What does assisting with surgery in a hospital operating room have in common with servicing a stock car in the heat of an intense and noisy 500-mile race? For starters, both endeavors involve people with specialized skills doing precise tasks accurately in time. Also, both tasks require checklists of “must-do” procedures.
Never overlook the value of checklists. They are as vital for your business success as they are for winning the Daytona 500 — or for reducing operating-room deaths.
Let’s start in the operating room thanks to a six-minute TED talk given by Atul Gawande, a charismatic and highly skilled surgeon and writer.
Briefly, Gawande’s presentation goes like this. The World Health Organization asked him and his team to find a way to reduce deaths during surgery. They started by looking at other high-risk industries — skyscraper construction, aviation, etc. — and what these industries do to reduce fatalities. One of the things they discovered, the use of checklists, was so simple it is often overlooked. Not that designing checklists is easy; it’s not, cautioned Gawande.
“You have to identify the moments in a process when you a catch a problem before it’s a danger and then do something about it. You have to identify this in a ‘before-takeoff’ checklist,” says Gawande.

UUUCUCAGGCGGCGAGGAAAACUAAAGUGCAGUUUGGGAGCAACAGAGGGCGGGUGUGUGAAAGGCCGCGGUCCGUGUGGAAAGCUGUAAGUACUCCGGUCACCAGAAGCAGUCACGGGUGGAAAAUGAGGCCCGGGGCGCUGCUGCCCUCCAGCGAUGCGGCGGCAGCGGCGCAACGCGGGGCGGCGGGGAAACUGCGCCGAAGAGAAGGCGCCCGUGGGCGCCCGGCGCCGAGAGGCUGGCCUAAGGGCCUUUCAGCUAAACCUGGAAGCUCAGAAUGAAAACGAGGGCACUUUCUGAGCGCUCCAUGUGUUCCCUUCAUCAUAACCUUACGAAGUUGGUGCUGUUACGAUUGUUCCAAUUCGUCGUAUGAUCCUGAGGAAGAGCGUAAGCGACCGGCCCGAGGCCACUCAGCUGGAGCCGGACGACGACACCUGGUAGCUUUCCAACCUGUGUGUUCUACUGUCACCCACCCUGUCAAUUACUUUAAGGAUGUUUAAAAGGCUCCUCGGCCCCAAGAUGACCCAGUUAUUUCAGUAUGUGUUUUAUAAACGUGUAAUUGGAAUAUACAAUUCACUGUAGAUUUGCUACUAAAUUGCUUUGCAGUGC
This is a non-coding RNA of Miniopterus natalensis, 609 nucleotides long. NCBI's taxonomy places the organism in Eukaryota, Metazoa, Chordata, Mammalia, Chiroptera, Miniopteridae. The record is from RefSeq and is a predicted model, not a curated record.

Gawande’s research led them to develop a 19-question, 2-minute Surgical Safety Checklist with “pause points” between items. They then implemented the checklist with surgical departments in eight hospitals around the world.
The results were startling.
Complication rates in the hospitals adopting the checklist fell by 35 percent and death rates by 47 percent. “This was bigger than a drug,” Gawande shares in his short presentation. In spite of these encouraging results, the idea of using well-thought-out checklists during surgeries is still not commonplace in hospitals.
“There is deep resistance because using these tools forces us to confront that we’re not a system. Forces us to behave with a different set of values – humility, discipline, teamwork. This is the opposite of what we were built upon – independent, self-sufficiency, autonomy,” says Gawande.
“In every field knowledge has exploded but it has brought complexity. It has brought specialization and we’ve come to the place where we have to recognize that, as individualistic as we want to be, complexity requires group success. We all need to be pit crews now,” he adds.
This comment brings us back to NASCAR, one of America’s biggest sports. While the action on the track is hot and noisy, it’s no less hectic on pit row. It takes a six-man NASCAR team crew somewhere between 12 to 15 seconds to change four tires, fill the car with fuel and make a host of other small adjustments to maintain the 800-horsepower machine’s performance. The extra second or two of non-racing downtime saved on pit row is often crucial in winning a 500-mile race lasting an entire afternoon.
In a very real sense, business is a sport, too, and no less competitive than NASCAR or any other sport where winning and losing is measured in seconds or a point or two. Never discount the power of developing and using checklists to keep your business team in the thick of the action.
Thanks to Dan Pressetto of SOD Inc. and Michael Mills of Business Design Corporation for sharing the inspiring and instructive Atul Gawande TED talk.